Over at what Dr. Brooks Simpson calls “the gift that keeps on giving,” a new topic of conversation arose. This time, dialogue centered around the statue of George Washington that stands outside of the South Carolina State House. Washington’s statue, is not whole as it turns out. His cane is broken. The question is: why would the cane of one of the beloved founding fathers be so ruthlessly shattered? This, according to the members of the SHPG, is not a case of random vandalism but apart of brutal Yankee assaults that ravaged South Carolina. It appears that during the North’s occupation of South Carolina in 1865, several of the soldiers took to gathering souvenirs, destroying property and things like breaking canes. But is that the only explanation?
Now it’s pretty simple, and reasonable, to assume that the Northern soldiers did in fact break off a piece of that cane. Vandalism is not purely a “Yankee” phenomenon but an international one. Northern soldiers are subject to the faults of humanity just as anyone else is. Even the plaque at the base of the statue reinforces the notion that the Northern troops were the guilty ones. So though it seems reasonable, and even reinforced, why would there be an assumption of a mystery? Call it intuition, call it curiosity or maybe just the dumb luck of coming across an interesting story ( I was bored and Googled it) I found that there is an alternative explanation of how ol’ George’s cane broke.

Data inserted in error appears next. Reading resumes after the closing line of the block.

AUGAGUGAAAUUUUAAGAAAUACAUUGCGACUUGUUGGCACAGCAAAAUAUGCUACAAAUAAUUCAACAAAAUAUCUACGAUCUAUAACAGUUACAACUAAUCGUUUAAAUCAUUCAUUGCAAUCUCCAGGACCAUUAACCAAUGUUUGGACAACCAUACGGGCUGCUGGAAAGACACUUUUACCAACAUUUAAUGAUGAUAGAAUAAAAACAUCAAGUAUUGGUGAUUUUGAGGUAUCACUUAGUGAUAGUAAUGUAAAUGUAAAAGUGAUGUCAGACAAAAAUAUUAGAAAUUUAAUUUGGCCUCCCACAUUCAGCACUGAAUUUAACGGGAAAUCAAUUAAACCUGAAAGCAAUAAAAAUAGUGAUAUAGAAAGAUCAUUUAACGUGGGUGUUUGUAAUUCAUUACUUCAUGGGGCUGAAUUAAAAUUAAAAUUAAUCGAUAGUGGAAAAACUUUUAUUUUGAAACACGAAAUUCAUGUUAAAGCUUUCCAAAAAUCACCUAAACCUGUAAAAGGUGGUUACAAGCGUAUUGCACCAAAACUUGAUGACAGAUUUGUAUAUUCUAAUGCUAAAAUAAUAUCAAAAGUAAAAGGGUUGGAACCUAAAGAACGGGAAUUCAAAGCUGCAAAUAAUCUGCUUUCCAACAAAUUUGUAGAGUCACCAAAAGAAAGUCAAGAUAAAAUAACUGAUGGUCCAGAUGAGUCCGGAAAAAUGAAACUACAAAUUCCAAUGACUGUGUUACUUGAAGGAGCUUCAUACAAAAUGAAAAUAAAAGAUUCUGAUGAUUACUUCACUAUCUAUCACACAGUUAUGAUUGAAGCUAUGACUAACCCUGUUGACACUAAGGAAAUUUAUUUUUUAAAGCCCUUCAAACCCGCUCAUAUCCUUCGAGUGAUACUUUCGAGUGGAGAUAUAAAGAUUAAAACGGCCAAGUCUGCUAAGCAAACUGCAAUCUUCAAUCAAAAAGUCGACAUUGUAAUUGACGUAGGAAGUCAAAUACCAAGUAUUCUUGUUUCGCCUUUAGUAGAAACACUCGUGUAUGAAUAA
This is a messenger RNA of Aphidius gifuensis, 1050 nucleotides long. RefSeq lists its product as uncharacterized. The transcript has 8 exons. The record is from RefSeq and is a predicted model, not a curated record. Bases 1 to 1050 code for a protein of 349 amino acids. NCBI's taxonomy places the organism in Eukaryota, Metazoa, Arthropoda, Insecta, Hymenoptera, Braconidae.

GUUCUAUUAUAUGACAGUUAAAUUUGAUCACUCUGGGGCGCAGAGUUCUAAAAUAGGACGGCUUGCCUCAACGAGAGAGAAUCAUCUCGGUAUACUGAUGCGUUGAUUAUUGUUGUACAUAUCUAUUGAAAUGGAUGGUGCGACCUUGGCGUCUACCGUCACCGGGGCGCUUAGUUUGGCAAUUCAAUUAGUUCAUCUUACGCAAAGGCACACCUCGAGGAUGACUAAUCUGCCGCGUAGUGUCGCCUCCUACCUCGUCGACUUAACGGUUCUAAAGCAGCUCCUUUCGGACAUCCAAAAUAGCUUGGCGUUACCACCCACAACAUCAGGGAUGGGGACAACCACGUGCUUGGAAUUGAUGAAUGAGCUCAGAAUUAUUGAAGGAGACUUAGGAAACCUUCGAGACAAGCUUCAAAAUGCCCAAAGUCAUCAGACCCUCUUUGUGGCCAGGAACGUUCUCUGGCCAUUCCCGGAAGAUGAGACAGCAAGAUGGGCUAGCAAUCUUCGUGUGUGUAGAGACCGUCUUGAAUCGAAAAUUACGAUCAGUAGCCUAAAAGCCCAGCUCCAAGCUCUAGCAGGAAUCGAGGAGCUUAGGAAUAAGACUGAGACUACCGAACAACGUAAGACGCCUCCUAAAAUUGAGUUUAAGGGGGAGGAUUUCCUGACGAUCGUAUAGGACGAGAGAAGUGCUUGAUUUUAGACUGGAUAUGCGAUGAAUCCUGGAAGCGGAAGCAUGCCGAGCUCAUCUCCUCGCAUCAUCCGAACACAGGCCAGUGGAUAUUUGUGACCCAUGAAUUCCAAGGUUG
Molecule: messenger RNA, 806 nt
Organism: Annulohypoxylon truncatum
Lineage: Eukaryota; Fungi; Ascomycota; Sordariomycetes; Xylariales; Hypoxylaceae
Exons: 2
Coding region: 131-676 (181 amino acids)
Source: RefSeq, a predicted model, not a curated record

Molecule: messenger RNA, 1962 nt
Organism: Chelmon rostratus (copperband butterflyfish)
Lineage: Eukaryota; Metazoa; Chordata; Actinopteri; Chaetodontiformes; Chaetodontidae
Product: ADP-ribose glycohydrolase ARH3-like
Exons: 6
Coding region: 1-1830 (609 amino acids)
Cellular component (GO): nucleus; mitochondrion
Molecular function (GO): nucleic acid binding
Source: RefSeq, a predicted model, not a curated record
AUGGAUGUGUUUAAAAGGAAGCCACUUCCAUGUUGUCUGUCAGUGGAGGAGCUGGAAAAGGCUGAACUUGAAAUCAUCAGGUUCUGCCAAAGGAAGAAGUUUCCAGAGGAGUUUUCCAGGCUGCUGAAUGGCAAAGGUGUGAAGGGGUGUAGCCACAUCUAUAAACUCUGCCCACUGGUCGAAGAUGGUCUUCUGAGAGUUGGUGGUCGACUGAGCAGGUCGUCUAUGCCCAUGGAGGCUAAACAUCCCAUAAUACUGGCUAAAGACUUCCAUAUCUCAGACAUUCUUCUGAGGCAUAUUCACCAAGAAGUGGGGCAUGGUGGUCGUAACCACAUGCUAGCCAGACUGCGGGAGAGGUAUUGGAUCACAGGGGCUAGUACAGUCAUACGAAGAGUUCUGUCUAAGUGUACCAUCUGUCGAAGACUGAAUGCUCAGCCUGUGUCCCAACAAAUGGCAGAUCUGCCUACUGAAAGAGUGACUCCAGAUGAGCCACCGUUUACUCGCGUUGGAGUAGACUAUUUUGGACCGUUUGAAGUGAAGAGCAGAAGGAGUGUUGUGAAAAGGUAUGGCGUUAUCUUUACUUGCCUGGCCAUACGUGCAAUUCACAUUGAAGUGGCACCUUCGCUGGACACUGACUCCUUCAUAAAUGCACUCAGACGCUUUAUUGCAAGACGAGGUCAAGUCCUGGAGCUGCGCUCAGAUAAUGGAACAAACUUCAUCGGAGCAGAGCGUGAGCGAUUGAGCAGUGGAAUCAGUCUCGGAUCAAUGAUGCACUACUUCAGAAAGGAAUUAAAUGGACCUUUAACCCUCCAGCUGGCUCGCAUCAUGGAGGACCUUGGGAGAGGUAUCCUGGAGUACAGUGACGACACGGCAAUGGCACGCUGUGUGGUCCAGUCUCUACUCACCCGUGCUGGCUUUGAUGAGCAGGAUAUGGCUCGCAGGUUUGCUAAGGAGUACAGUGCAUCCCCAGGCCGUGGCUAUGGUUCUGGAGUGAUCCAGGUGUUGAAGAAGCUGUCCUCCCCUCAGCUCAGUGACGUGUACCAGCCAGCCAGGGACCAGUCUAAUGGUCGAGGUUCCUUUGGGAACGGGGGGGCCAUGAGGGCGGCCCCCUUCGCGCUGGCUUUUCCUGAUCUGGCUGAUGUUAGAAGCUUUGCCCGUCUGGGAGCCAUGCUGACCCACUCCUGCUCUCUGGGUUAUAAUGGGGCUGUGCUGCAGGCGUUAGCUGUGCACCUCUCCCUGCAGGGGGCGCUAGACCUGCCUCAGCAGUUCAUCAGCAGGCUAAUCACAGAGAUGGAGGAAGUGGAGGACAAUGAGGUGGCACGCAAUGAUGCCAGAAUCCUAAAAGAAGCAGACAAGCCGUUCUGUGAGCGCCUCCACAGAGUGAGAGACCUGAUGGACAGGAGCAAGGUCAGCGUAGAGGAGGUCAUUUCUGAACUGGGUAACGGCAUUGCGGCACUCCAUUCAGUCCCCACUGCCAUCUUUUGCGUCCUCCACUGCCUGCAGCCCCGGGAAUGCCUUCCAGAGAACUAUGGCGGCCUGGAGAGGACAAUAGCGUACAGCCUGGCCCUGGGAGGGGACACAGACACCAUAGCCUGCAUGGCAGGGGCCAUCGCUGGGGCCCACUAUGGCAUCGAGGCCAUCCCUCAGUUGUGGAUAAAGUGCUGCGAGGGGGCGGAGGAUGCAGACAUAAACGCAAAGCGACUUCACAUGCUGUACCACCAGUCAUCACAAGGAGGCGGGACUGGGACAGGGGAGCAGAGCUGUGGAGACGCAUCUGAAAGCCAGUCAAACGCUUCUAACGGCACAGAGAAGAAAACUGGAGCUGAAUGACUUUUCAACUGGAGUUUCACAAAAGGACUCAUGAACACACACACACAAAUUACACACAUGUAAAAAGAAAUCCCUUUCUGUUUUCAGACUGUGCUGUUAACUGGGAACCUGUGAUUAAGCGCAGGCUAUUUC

After digging through a few Google search results I went to the South Carolina State House’s website (scstatehouse.gov) to see if there were any virtual tours or history available. Low and behold I found this:
According to the South Carolina State House website, Washington’s cane met its demise in a ill-handled relocation. This alternative explanation makes sense as well. I’ve been to Lexington and heard the story about Northern troops refusing to burn Washington College because General Washington’s statue sat atop the roof. That demonstrates Union soldiers’ kind heart for relics glorifying the founders. I’ve also heard local legends in my hometown, Ringgold, GA, about how the court house met its demise at the hands of Sherman. Then I found out lightning struck the courthouse in the 1890’s. I’ve also heard that Sherman was going to torch the old courthouse until he found out that the Mason’s lodge was on the top floor. Sherman being a mason himself, spared the courthouse. Even that story doesn’t make sense to me because nothing else in the town was targeted or burned. I say this to demonstrate that in some cases, unrelated events have been chalked up to Sherman “atrocities.” So do we a have a situation of memory conflicting with truth? Well, that’s what I am hoping to find out.
I didn’t post this simply to poke fun at the SHPG or any thing such as that. I find it curious that the South Carolina State House has an alternate reason for the broken statue than the statue’s own plaque has. With that curiosity comes a desire to know the truth. So if any of you out there know more about the State House statue, share it with the world in the comments section below.